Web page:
I took a deep breath of sea air and closed my eyes. A random neuron fired inside my brain and I began to wonder why my phone hadn’t beeped at me yet. It had been such a hateful little creature the day before, but at that point in time – it was behaving itself. I reached into my pocket and pulled it out.

‘Oh how you mock me at every given turn’ I cursed under my breath as I looked at my phone. It had turned itself off.

I turned it on.

My phone powered up, and then there was a silence.

A silence, which lasted.

Dad came back in with a cup of tea, sat down and looked at me with a smile. “So what else is new with you?” he asked.

“W–” I began to reply. Then the little creature roared me. Or, beeped in this case. And then it beeped again. And again. And again.

Two texts from Lewis: “Hey man! Still up 4 golf today? Was a bit wrecked last nite!” & “Gimme a bell – think I just saw you at a bus stop – have parked just around the corner by the Co-Op, let me know is you / you want a lift?”

One from Gez: “Dude! Lewis and Pete off to golf – the trio returns!!”

And, because sod’s law just isn’t fair, one from Sky: “Just tried 2 call – got your vmail. Avoidin’ me again?”

I looked at my watch. Time had flown by again. It was nearly midday, and by the date-stamp on her message, Sky had tried to call nearly two hours ago.

“Sorry about this Dad, I need to make a couple of calls. Be right back.”

My head began to ache as I dialed Sky’s number in the kitchen. Her phone rang. And rang.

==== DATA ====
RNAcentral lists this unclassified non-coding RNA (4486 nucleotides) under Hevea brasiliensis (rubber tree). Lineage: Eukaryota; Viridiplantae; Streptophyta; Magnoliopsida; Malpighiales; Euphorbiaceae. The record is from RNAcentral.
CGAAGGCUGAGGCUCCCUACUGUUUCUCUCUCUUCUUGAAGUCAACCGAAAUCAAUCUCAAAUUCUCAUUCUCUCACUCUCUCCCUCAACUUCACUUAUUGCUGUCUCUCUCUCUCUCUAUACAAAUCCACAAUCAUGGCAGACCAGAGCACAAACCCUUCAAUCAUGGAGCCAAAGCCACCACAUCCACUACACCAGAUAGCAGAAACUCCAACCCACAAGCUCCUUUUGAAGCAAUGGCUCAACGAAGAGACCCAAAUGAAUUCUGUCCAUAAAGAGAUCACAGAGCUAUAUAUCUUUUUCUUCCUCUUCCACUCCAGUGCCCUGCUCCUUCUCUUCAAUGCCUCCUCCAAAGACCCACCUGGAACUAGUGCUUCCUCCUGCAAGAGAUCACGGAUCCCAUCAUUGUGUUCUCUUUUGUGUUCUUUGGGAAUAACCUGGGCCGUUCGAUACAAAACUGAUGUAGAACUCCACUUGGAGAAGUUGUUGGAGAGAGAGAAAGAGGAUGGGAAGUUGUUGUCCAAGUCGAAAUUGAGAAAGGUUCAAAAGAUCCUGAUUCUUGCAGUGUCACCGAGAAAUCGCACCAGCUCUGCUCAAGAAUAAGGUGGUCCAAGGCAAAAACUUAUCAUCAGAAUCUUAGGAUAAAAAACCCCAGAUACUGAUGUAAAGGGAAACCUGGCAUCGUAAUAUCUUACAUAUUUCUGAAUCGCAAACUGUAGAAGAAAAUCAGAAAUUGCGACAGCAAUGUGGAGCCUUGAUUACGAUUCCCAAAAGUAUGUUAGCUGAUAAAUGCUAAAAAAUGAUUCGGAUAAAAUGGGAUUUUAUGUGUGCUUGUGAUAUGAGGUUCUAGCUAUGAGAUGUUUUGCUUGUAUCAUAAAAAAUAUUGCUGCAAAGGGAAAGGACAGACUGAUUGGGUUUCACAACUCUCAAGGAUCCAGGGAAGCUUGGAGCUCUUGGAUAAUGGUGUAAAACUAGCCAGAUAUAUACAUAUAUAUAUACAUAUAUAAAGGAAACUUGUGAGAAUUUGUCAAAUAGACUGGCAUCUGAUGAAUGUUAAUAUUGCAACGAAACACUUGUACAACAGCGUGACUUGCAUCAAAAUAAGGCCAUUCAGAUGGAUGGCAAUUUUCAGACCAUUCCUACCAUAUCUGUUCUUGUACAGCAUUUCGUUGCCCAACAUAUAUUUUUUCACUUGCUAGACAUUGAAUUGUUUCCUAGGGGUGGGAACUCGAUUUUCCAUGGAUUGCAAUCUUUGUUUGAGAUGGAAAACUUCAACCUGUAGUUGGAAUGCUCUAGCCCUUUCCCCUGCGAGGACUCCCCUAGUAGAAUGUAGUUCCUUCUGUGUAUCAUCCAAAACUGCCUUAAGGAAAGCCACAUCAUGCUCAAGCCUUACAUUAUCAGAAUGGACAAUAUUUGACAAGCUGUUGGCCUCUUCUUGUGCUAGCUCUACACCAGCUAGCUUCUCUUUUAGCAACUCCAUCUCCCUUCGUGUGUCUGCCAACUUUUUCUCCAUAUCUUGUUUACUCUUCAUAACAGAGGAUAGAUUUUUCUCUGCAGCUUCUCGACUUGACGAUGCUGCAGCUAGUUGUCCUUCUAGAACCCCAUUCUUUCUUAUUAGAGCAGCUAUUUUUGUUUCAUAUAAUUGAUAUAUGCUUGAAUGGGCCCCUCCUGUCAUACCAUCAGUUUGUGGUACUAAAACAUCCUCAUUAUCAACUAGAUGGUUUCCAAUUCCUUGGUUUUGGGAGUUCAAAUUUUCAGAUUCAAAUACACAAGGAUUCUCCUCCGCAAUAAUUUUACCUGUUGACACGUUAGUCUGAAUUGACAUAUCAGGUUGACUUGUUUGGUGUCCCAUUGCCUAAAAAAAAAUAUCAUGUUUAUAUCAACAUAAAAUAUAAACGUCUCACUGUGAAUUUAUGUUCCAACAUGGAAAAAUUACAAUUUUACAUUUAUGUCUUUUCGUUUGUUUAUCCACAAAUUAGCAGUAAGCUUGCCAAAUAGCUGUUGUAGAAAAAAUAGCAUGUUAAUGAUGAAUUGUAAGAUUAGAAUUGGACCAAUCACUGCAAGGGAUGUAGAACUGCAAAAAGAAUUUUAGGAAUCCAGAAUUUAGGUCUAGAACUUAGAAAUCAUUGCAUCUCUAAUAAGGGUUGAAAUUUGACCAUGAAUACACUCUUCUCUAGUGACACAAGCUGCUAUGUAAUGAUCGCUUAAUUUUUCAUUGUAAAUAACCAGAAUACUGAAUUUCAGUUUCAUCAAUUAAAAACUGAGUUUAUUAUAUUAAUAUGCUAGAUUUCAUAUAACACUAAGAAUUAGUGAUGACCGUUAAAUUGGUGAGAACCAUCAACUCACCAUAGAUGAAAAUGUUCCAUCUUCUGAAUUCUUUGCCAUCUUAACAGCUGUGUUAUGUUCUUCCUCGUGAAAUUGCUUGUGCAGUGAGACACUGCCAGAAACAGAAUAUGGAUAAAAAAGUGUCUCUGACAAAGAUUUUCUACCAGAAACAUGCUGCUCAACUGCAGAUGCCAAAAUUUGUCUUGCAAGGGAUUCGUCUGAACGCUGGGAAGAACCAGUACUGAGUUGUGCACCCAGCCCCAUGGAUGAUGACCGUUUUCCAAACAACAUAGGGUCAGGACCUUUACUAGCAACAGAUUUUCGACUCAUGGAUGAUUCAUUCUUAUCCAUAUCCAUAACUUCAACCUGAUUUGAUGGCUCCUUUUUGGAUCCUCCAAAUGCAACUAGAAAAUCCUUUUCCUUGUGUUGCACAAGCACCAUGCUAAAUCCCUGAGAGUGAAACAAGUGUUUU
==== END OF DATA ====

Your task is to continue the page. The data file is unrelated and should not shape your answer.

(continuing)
Eventually it went to voicemail. “Hey it’s Pete! Sorry – phone died – gimme a callback when you get this!” I chirped in my best ‘not my fault this time’ voice.

Secretly, I was quite glad that Sky hadn’t picked up. I was still pretty ashamed about the night before, and I didn’t quite know what I was going to say to her when I saw her. A day to think about it was a bit of a blessing really.

I called Gez.

Gez (Gerwyn)

Gez (Gerwyn) at 3am in the morning

“Hello mate! Waay aayyye!” shouted Gez down the phone. Gez came from Neath, and didn’t have a northern bone in him – but we both supported Newcastle, who happened to be playing against Manchester Utd today. I could hear the game in the background, along with the cries of his brother, Gereint, who was shouting at Shearer for ‘not giving 100%’, and Lewis who seemed to be laughing at how well the Neville brothers were doing against the toon.

Lewis had been a Man U fan all of his life – but we didn’t hold it against him. Much.

“F@£kin’ losers.” Gez said, talking to the television. “So what’s the plan for today? Up for a bit of golf?”

“Yeah why not” I said, “got the clubs here still – didn’t take ’em with me! What time were you thinking of?”

“Oi! Glory supporter!” Gez shouted at Lewis, “golf with Pete at 2?”

Lewis told Gez to ‘go somewhere unpleasant’ in the background, but agreed to 2.

“2 sound good?” asked Gez.

“Fine with me – Lew going to pop over in the Rover?”

“Aye” said Gez “after the toon kick his candy ass of course.”

“Sounds like a plan.” I said, laughing. “Do I want to know the score?” I asked.

“Best not, it isn’t good – we’re throwing it away – I’ll tell about the decimation later.” Gez whispered under his breath.

“Fair enough – I’d better get back to Dad before you come over – see you a bit later mate!” I said, ending the call.

I walked back into the living room and spied the half drunk cup of tea next Dad’s chair.

“Oh BOTHERATION!” I heard Dad shout from his new study.

As I walked in and turned towards the computer, I saw the second highest number of breasts that I’ve ever seen.